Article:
Posted: Monday 17th February 2014 at 21:36 pm

KATH’s emergency meeting deadlocked; doctors remain on strike

0266240x mg gkb4erp11x 970789350 203006 KATHs emergency meeting deadlocked; doctors remain on strike


The strike by doctors and nurses at the Komfo Anokye Teaching Hospital is expected to linger a while longer as hospital authorities failed to convince striking doctors and nurses to return to work.

An emergency meeting held early today to convince the doctors and nurses to rescind their decision and return to work was deadlocked with no sign of the doctors returning.

The doctors claim they are not convinced with security measures taken by hospital authorities to secure the lives of care givers in the hospital.

KATH has over the past few days seen cases of violence with doctors and nurses being assaulted by marauding Muslim youth demanding bodies of dead relatives.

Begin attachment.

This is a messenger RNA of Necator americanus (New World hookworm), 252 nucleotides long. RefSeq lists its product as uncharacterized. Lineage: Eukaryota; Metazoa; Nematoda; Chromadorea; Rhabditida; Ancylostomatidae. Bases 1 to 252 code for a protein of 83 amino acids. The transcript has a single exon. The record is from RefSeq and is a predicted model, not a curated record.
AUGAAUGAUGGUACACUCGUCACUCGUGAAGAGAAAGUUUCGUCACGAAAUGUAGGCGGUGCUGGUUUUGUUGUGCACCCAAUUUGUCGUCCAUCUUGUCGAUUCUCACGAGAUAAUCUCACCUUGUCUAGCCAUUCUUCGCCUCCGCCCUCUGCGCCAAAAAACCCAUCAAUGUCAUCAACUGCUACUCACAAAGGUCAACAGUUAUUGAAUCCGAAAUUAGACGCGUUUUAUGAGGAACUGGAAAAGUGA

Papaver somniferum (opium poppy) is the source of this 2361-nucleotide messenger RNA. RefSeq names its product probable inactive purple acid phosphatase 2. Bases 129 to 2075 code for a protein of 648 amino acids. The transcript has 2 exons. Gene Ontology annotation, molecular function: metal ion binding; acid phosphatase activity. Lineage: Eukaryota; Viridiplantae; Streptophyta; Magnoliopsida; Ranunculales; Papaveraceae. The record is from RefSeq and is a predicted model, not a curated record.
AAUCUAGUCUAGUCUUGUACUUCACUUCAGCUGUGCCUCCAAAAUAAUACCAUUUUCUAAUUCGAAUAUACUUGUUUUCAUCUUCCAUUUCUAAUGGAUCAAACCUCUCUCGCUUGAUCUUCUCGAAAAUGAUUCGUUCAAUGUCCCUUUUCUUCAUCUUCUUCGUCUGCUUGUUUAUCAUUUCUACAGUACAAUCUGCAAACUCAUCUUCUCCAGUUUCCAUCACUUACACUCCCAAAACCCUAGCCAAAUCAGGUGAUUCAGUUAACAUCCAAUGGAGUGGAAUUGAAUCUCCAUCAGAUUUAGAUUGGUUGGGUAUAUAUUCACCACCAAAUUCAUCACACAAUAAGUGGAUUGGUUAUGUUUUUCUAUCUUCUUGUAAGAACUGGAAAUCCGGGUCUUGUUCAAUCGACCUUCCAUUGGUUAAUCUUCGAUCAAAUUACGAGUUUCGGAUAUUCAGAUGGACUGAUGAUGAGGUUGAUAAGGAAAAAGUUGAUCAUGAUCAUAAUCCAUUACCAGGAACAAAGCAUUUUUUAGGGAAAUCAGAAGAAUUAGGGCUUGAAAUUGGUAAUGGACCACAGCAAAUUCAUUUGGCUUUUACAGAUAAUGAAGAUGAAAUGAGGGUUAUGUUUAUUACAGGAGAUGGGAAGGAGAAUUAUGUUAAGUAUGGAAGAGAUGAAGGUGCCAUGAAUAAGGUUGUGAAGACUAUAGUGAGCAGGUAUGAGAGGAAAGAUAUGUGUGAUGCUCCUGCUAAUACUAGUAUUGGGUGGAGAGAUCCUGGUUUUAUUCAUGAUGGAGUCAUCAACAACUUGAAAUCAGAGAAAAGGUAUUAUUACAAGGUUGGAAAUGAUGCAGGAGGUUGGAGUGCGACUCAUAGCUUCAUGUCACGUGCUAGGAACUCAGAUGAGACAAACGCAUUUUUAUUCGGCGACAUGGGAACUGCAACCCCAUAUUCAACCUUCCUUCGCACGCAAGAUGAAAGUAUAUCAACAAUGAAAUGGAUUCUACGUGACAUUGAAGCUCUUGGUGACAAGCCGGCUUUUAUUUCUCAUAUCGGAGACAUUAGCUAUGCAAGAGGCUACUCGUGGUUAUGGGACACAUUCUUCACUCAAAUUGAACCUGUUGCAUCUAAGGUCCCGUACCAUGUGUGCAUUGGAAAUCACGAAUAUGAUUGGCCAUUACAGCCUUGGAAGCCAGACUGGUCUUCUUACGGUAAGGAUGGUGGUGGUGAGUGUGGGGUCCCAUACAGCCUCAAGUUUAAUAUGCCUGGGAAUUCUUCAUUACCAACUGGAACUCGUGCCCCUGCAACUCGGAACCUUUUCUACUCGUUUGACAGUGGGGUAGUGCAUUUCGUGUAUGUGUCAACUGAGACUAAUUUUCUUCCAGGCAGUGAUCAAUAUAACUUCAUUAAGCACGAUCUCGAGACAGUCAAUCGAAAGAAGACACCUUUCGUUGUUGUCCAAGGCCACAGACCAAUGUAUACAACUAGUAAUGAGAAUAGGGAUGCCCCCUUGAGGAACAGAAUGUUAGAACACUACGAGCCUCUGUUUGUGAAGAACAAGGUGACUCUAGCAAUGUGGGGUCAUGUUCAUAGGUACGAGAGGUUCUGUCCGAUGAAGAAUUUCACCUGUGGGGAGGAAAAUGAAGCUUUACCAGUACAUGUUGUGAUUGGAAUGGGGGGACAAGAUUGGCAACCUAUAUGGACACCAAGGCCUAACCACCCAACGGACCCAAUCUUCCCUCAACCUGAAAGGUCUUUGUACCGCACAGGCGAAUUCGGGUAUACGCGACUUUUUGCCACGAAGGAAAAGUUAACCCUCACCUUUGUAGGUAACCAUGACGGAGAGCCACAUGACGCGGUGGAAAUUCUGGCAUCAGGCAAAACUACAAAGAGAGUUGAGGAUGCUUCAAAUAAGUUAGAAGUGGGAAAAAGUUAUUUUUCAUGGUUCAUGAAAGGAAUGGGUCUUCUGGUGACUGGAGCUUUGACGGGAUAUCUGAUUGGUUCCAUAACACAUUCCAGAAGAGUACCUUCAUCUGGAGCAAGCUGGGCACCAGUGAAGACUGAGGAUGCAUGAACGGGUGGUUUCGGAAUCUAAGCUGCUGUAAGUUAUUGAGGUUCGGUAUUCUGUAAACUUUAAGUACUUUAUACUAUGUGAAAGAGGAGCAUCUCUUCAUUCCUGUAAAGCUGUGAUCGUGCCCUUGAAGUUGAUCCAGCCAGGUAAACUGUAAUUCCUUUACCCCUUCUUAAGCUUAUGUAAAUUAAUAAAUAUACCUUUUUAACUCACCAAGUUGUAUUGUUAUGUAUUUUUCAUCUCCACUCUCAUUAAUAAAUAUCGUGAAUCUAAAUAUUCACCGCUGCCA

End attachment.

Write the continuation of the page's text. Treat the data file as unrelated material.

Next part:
Two doctors and a number of nurses were said to have been assaulted by the angry Muslim Youth, who are accusing the hospital authorities of stealing the body of a baby dead at birth.

Just this Saturday, another batch of Muslim youth stormed the hospital to tongue-lash nurses, who insisted on having all documentary processes concluded before the corpse of a dead Muslim is handed to the relative.

The angry Muslim youth feared the corpse of their relative may get missing, like that of the dead baby, if the body is not handed over to them.

The controversy created some chaos at the D5 ward of the hospital, much to the chagrin of patience and care givers.

Doctors and nurses say they are no longer safe in discharging their duties.

The increasing spate of attacks has led to a security beef-up at the hospital and its environs.

Nhyira FM’s Ohemeng Tawiah reported that uniformed as well as plain clothed security personnel were seen patrolling the hospital premises but the doctors say they are not convinced.

At the emergency meeting held early Monday, the doctors told hospital authorities until all security lapses are resolved, they are not returning to work.

According to Ohemeng Tawiah, most of the hospital wards are empty. Patients have been discharged to seek health care elsewhere as it is not yet clear, when the doctors will resume work.

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